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Kremlin Denies Plans to Establish Gas Union as a Political Move Against Uzbekistan

By Vusala Abbasova December 9, 2022


The statement came shortly after Uzbek Energy Minister Jorabek Mirzamahmudov noted that “even if a gas agreement is concluded with Russia, this does not mean a union.” / Evgenia Novozhenina / Reuters

Allegations made by western media suggesting that Russia is looking to impose “political terms” on Uzbekistan in exchange for gas have been denied on Thursday by the Kremlin.

On Thursday, the UK-based Reuters published an article claiming that the Central Asian nation criticized the Kremlin’s initiative to establish a Russia-initiated “trilateral gas union.”

“No one is talking about gas in exchange for political conditions, and this is not even discussed in the context of the idea of creating this union,” TASS quoted Kremlin Spokesman Dmitry Peskov as saying. “We are talking about, of course, the commercial side, we are talking about the coordination of actions in the interests of states.”

Peskov further clarifies that each side will continue to sell its energy resources to counterparties, focusing solely on commercial terms.

“The countries are interested in coordinating their actions on the further laying of transport routes, on determining further directions for the development of gas infrastructure, on meeting their domestic needs for natural gas, and here everything is quite closely intertwined,” he added.

The statement came shortly after Uzbek Energy Minister Jorabek Mirzamahmudov noted that “even if a gas agreement is concluded with Russia, this does not mean a union.”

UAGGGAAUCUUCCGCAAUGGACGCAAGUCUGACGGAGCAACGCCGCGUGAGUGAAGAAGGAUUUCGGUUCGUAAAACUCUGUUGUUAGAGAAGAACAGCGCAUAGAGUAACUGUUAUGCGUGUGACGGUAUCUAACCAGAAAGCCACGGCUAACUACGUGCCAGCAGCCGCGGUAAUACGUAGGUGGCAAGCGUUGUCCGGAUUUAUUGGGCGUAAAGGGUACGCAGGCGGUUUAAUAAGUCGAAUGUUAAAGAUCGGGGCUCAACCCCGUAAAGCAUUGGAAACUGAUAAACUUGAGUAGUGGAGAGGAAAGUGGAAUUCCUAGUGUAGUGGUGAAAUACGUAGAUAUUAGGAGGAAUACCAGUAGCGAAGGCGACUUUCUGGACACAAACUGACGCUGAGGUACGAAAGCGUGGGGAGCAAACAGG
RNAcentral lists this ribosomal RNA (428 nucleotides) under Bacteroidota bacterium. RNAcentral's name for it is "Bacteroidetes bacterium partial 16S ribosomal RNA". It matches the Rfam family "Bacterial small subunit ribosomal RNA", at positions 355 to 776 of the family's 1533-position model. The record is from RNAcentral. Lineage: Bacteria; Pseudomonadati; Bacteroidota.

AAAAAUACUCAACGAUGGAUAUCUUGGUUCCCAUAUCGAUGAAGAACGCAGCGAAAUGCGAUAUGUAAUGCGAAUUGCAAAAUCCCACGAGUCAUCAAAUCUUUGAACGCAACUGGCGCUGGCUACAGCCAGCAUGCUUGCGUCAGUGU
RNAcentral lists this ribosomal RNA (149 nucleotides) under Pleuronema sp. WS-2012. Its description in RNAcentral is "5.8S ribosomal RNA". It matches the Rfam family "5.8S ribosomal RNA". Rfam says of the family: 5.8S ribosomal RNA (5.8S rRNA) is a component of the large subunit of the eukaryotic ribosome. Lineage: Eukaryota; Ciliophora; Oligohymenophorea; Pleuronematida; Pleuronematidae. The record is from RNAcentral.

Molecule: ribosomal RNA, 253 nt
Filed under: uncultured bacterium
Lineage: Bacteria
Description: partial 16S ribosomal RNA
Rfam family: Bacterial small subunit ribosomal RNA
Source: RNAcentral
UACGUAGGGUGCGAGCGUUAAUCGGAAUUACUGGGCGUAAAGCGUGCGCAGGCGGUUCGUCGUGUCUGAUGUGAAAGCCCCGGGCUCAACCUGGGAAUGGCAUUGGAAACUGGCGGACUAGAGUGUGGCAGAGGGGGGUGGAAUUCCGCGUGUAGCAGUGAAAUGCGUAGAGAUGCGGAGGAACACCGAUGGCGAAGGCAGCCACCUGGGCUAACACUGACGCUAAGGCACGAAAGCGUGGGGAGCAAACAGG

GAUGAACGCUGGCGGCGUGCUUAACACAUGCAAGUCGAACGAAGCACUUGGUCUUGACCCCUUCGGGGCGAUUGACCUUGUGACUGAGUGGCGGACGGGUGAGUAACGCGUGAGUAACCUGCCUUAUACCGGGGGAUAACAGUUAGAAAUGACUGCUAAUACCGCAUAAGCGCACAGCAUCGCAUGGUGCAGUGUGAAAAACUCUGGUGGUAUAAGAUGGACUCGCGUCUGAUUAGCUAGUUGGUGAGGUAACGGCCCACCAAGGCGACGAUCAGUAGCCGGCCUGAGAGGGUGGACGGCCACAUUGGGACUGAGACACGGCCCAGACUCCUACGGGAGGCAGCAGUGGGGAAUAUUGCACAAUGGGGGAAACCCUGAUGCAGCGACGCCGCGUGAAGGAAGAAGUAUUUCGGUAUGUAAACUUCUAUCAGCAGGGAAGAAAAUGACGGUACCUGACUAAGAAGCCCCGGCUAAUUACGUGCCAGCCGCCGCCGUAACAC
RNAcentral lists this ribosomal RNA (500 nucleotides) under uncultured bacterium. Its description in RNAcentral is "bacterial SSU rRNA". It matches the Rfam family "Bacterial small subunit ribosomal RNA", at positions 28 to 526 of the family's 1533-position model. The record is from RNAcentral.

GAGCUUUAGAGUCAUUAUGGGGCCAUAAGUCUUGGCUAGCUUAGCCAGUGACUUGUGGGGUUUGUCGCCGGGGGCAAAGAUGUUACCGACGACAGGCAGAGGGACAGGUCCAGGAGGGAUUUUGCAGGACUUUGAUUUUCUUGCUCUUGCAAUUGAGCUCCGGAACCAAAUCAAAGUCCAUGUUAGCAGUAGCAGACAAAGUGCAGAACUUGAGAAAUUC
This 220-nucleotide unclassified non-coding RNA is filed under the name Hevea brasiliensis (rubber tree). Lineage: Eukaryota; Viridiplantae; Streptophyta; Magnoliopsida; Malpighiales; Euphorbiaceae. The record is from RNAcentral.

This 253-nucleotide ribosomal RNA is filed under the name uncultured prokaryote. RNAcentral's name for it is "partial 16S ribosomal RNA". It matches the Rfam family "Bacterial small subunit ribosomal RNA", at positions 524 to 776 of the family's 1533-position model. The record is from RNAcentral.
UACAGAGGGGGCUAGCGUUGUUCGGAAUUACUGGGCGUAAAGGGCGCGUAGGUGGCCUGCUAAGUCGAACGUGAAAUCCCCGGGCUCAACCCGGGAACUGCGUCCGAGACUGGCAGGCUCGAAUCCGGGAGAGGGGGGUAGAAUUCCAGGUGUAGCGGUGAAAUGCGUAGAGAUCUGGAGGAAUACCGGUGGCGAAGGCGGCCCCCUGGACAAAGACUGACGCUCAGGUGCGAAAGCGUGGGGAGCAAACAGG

“Uzbekistan does not border with Russia. Therefore, negotiations are conducted to deliver it through neighbouring Kazakhstan. This would be a technical contract … not a union," Mirzamahmudov said on Wednesday, raising speculations among western media that Tashkent is against a “gas union” with Kazakhstan and Russia.

The minister also said that Uzbekistan negotiates through the prism of the country’s national interests when it comes to energy imports. Uzbekistan is interested in cooperation through commercial contracts, not by transferring its power grids, he said.

Last month, Kazakhstan’s President Kassym-Jomart Tokayev met with his Russian counterpart Vladimir Putin in Moscow where the two leaders discussed prospects for Russia, Kazakhstan and Uzbekistan to expand cooperation on gas consumption and transportation infrastructure for both domestic and foreign markets.

Both Russia and Kazakhstan are rich in natural resources like oil and gas and the two post-Soviet countries have maintained strong partnerships in the energy sector through already existing close economic, technological and transportation initiatives.

Meanwhile, Uzbekistan is one of the world’s two double landlocked countries, meaning at least two international borders must be crossed before goods and people can reach a major body of water connected to the world’s oceans. Rich in hydrocarbons, the Central Asian Turkic state is bordered by Kazakhstan to the northwest and north, Kyrgyzstan and Tajikistan to the east and southeast, Afghanistan to the south, and Turkmenistan to the southwest.

Proven crude oil reserves are approximately 594 million barrels, ranking it number 46 in the world; and natural gas reserves measuring 1.84 trillion cubic meters, placing it 19th among the world countries.

The Qashqadaryo province, situated in the southeast and near Bukhara city in the south-central region, is where most of the gas is located. The largest known deposit is Boyangora-Gadzhak, found in the southeastern province of Surkhondaryo.

The Bukhara-Khiva region in the southwest is the largest of Uzbekistan’s oil-rich areas, holding 60 percent of known deposits and 70 percent of the country’s production. The northeastern Mingbulak and western Qoqdumalaq regions are considered the second and third-ranking oil-rich regions in the country of 35 million people.

In recent years, 211 hydrocarbon deposits have been discovered in Uzbekistan, 108 of which are gas and gas condensate fields.